In this study, dual-responsive polymeric nanocapsules, in which the state (swelling or collapse) can be repeatedly controlled by external stimuli (i.e., temperature and light), have been designed and prepared through distillation-precipitation polymerization. Temperature sensitive monomers of N-isopropylacrylamide are cross-linked by photoresponsive bis(methacryloylamino) onto a silica nanospherical template to form a core-shell (SiO2-PNIPAM/Azo) structure. The silica core is then removed by hydrofluoric acid to produce PNIPAM/Azo nanocapsules (P/ANCs) of diameter ∼238 nm at ∼25 °C. The size of the nanocapsule is temperature responsive and, as such, its diameter could be reduced to ∼182 nm on increasing the temperature to 40 °C. In addition, the permeability of nanocapsules can be adjusted by UV irradiation. The cis-trans transformation of modified azobenzene allowed us to perform both the encapsulation and controlled release of molecules. Rhodamine B (RhB) was successfully encapsulated using the photomechanical method. In controlled release experiments, after the majority of RhB (∼45%) was released from the P/ANCs using temperature (∼40 °C) and UV light, a second stage of release could be triggered by lowering the temperature (∼18.4%) and applying UV-visible lighting cycles (∼29.4%), respectively. We found that the diffusion coefficient, D, was 45% larger under alternate irradiation than UV light alone. Our results demonstrate considerable potential for customizable delivery systems for a variety of drugs.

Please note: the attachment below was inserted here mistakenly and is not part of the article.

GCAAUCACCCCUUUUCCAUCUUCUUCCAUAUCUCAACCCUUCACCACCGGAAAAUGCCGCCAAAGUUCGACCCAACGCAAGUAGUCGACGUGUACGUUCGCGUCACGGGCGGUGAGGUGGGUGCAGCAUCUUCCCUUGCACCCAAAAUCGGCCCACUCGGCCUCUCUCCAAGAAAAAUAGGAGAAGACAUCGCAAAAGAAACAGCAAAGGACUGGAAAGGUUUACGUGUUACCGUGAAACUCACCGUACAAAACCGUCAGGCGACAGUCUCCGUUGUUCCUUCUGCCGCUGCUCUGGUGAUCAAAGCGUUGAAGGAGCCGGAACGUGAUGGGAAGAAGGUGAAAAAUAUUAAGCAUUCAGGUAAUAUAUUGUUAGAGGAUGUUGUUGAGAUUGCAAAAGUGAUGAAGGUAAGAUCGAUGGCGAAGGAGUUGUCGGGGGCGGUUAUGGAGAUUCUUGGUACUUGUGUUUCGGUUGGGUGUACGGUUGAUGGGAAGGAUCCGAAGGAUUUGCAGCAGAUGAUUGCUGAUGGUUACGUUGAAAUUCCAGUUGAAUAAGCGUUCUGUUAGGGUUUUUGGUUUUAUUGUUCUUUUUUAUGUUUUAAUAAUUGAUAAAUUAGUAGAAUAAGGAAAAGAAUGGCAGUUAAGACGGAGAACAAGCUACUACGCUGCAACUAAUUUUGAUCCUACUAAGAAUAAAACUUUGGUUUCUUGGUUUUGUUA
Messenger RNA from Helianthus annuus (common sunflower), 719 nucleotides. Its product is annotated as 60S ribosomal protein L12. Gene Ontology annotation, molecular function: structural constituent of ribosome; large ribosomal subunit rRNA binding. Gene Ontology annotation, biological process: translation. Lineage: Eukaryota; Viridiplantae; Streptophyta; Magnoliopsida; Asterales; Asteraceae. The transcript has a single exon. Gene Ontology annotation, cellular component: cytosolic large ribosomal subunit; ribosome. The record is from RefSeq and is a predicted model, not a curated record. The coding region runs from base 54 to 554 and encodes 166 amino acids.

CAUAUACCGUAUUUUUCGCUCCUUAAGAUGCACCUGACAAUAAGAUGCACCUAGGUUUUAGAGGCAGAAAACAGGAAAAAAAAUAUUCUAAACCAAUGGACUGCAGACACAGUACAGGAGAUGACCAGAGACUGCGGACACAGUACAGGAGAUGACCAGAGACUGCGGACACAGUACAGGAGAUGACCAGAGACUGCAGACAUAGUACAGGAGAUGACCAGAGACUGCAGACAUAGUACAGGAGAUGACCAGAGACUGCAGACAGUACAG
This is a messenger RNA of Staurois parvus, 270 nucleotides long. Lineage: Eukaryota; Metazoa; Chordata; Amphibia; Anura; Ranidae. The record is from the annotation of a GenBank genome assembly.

ASJC Scopus subject areas
- Electronic, Optical and Magnetic Materials
- Physical and Theoretical Chemistry
- Surfaces, Coatings and Films